Singapore e-waste recycling programme to set targets on manufacturers

Singapore e-waste recycling programme to set targets on manufacturers
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A recent study by Singapore’s National Environment Agency (NEA) found that each citizen disposes of the equivalent of 73 mobile phones in electronic waste (e-waste) a year, with only about 6 per cent being deposited in recycling bins.

A major health hazard due to heavy metals that can leach into the groundwater, the Singapore government is taking concrete steps to protect the soil and groundwater beneath the feet of its citizens.

From 2021 the city-state will introduce a comprehensive e-waste recycling programme aimed at minimising the cause associated with e-waste. The programme was announced in March by Dr Amy Khor, senior Minister of State for the Environment and Water Resources.

Singapore’s e-waste recycling programme will adopt an Extended Producer Responsibility (EPR) model whereby manufacturers and importers have to take responsibility in treating and disposing of post-consumer products at their own expense.

The NEA will impose collection targets for manufacturers and importers to take back certain numbers of product available in the market. Producer Responsibility Organisations (PROs) will be set up to oversee the collection as well as facilitate producers in meeting their target.

Singapore’s e-waste recycling programme will start collecting waste from five categories of products: mobile phones and computers, batteries, lamps, solar panels, and household appliance, collectively the greatest source of e-waste in Singapore highlighting that the rapid growth of Singapore’s manufacturing sector has not been without affect.

Manufacturing accounted for about 20 per cent of Singapore’s gross domestic product (GDP) in 2017, growing 10.5 per cent last year, mainly due to increased electronics output.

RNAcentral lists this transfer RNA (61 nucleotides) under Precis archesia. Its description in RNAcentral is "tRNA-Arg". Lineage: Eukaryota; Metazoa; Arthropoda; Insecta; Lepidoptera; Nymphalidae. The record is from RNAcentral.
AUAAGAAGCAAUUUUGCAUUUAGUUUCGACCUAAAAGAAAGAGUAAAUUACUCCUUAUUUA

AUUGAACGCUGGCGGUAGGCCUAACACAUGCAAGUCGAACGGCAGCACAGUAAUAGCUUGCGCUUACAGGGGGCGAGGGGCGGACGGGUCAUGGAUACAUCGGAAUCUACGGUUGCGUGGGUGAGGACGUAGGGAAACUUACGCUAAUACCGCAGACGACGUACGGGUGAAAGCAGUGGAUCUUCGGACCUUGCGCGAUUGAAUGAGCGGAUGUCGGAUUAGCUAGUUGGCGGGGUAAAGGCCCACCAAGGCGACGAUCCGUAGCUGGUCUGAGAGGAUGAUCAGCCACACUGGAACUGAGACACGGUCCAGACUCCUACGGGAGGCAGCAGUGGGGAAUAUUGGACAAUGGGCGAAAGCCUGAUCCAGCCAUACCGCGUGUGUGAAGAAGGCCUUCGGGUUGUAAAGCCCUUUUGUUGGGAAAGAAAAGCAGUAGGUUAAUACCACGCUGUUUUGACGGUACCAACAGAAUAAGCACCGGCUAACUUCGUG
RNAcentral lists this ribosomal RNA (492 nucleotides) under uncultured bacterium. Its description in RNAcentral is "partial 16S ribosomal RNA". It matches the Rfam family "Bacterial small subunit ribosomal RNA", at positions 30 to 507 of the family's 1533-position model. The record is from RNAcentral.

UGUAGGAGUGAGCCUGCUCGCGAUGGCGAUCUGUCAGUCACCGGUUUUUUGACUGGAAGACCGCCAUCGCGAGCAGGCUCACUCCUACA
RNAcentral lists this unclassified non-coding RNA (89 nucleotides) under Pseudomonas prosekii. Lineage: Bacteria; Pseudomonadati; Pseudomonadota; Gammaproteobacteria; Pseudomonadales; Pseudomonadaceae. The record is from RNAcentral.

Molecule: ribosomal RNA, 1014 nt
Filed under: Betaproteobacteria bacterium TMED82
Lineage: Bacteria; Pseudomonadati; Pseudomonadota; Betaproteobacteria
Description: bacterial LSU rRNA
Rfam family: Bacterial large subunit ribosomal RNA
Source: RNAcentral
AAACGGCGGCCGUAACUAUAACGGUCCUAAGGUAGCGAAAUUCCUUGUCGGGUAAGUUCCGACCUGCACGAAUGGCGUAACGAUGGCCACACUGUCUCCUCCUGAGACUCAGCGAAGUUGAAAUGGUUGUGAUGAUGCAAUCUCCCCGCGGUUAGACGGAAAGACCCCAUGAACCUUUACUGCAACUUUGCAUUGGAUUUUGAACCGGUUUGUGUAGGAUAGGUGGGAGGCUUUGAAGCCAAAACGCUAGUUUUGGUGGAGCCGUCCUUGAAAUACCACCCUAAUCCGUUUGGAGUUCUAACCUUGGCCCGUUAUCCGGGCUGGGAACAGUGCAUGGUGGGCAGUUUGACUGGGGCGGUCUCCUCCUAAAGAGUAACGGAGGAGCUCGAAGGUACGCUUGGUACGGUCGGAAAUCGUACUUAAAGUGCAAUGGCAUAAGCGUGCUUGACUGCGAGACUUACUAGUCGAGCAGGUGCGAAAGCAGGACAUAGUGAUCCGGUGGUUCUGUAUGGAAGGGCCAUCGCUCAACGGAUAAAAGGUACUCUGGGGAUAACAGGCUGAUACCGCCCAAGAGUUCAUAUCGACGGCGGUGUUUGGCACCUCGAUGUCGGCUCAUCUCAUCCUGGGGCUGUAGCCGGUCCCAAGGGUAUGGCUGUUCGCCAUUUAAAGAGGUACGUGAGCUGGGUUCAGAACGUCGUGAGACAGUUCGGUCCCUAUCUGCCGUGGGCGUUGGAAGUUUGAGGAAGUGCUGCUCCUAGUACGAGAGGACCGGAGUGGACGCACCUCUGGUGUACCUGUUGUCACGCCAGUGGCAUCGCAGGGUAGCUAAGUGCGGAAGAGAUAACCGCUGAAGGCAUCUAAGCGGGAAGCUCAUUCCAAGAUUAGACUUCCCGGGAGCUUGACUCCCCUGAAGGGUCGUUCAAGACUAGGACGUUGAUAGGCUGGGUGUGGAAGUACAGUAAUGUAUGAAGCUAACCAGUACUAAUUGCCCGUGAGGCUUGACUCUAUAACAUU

This looks set to continue. Electronics manufacturing alone is expected to create some 2,100 new jobs for professionals, managers, executives and technicians (PMETs) between now and 2020. Last year Minister for Communications and Information, Yaacob Ibrahim, projected that Singapore will need more than 42,000 ICT (information and communication technology) professionals by 2020.


Feature photo PXhere



  • Mandatory e-waste management system to be implemented in Singapore by 2021 (Open Gov Asia)
  • Compulsory e-waste management system to be enforced by 2021 (Channel NewsAsia)
  • E-waste management system to be up by 2021 (Today Online)


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Maria Mirasol Rasonable graduated with a Bachelors Degree in journalism from Polytechnic University of the Philippines, Santa Mesa, Manila, Philippines.

She previously covered police rounds for Philippine Daily Inquirer as a trainee before becoming editorial staff at Gospel Komiks under the Communication Foundation for Asia (CFA-MG), Santa Mesa, Manila where she wrote lifestyle and trending fashion and styles articles.

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